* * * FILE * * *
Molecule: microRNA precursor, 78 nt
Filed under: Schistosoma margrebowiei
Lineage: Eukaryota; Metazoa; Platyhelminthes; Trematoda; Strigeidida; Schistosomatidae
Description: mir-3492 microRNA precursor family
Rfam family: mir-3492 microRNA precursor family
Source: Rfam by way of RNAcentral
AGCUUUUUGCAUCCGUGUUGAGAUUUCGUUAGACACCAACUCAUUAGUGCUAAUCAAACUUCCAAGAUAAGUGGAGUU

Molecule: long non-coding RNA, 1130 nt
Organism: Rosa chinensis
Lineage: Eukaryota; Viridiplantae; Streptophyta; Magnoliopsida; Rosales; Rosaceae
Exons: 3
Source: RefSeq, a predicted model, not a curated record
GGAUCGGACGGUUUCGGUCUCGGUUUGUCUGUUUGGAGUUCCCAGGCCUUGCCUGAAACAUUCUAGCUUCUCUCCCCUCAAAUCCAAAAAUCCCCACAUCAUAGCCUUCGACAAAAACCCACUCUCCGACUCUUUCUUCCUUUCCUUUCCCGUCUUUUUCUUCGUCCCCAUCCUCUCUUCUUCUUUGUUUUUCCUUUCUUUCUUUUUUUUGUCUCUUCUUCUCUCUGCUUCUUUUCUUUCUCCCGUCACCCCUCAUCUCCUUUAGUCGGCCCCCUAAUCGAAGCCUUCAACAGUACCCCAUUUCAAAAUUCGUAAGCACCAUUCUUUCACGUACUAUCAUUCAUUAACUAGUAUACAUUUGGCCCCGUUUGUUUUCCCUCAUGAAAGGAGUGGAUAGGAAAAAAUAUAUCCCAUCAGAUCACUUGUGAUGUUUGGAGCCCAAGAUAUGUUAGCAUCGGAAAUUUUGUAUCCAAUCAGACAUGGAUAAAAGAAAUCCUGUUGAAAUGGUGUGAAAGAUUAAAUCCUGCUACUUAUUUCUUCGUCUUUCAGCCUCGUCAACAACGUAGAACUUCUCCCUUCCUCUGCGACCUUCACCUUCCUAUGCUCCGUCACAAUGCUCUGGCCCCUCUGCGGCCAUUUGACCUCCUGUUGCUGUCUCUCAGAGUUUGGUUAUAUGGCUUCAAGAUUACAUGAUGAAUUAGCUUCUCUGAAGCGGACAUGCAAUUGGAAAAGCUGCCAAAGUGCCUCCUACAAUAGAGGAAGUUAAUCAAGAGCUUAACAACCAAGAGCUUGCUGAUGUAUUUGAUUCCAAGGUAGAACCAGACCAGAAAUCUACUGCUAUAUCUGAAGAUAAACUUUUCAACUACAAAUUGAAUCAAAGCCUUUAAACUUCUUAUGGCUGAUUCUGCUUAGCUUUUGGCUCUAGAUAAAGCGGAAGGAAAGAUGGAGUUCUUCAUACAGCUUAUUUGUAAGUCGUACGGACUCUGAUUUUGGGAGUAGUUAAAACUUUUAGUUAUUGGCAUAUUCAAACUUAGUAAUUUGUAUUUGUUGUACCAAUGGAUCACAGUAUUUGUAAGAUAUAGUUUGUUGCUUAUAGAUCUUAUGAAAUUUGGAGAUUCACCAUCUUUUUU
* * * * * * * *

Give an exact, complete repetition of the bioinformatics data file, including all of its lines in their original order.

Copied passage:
Molecule: microRNA precursor, 78 nt
Filed under: Schistosoma margrebowiei
Lineage: Eukaryota; Metazoa; Platyhelminthes; Trematoda; Strigeidida; Schistosomatidae
Description: mir-3492 microRNA precursor family
Rfam family: mir-3492 microRNA precursor family
Source: Rfam by way of RNAcentral
AGCUUUUUGCAUCCGUGUUGAGAUUUCGUUAGACACCAACUCAUUAGUGCUAAUCAAACUUCCAAGAUAAGUGGAGUU

Molecule: long non-coding RNA, 1130 nt
Organism: Rosa chinensis
Lineage: Eukaryota; Viridiplantae; Streptophyta; Magnoliopsida; Rosales; Rosaceae
Exons: 3
Source: RefSeq, a predicted model, not a curated record
GGAUCGGACGGUUUCGGUCUCGGUUUGUCUGUUUGGAGUUCCCAGGCCUUGCCUGAAACAUUCUAGCUUCUCUCCCCUCAAAUCCAAAAAUCCCCACAUCAUAGCCUUCGACAAAAACCCACUCUCCGACUCUUUCUUCCUUUCCUUUCCCGUCUUUUUCUUCGUCCCCAUCCUCUCUUCUUCUUUGUUUUUCCUUUCUUUCUUUUUUUUGUCUCUUCUUCUCUCUGCUUCUUUUCUUUCUCCCGUCACCCCUCAUCUCCUUUAGUCGGCCCCCUAAUCGAAGCCUUCAACAGUACCCCAUUUCAAAAUUCGUAAGCACCAUUCUUUCACGUACUAUCAUUCAUUAACUAGUAUACAUUUGGCCCCGUUUGUUUUCCCUCAUGAAAGGAGUGGAUAGGAAAAAAUAUAUCCCAUCAGAUCACUUGUGAUGUUUGGAGCCCAAGAUAUGUUAGCAUCGGAAAUUUUGUAUCCAAUCAGACAUGGAUAAAAGAAAUCCUGUUGAAAUGGUGUGAAAGAUUAAAUCCUGCUACUUAUUUCUUCGUCUUUCAGCCUCGUCAACAACGUAGAACUUCUCCCUUCCUCUGCGACCUUCACCUUCCUAUGCUCCGUCACAAUGCUCUGGCCCCUCUGCGGCCAUUUGACCUCCUGUUGCUGUCUCUCAGAGUUUGGUUAUAUGGCUUCAAGAUUACAUGAUGAAUUAGCUUCUCUGAAGCGGACAUGCAAUUGGAAAAGCUGCCAAAGUGCCUCCUACAAUAGAGGAAGUUAAUCAAGAGCUUAACAACCAAGAGCUUGCUGAUGUAUUUGAUUCCAAGGUAGAACCAGACCAGAAAUCUACUGCUAUAUCUGAAGAUAAACUUUUCAACUACAAAUUGAAUCAAAGCCUUUAAACUUCUUAUGGCUGAUUCUGCUUAGCUUUUGGCUCUAGAUAAAGCGGAAGGAAAGAUGGAGUUCUUCAUACAGCUUAUUUGUAAGUCGUACGGACUCUGAUUUUGGGAGUAGUUAAAACUUUUAGUUAUUGGCAUAUUCAAACUUAGUAAUUUGUAUUUGUUGUACCAAUGGAUCACAGUAUUUGUAAGAUAUAGUUUGUUGCUUAUAGAUCUUAUGAAAUUUGGAGAUUCACCAUCUUUUUU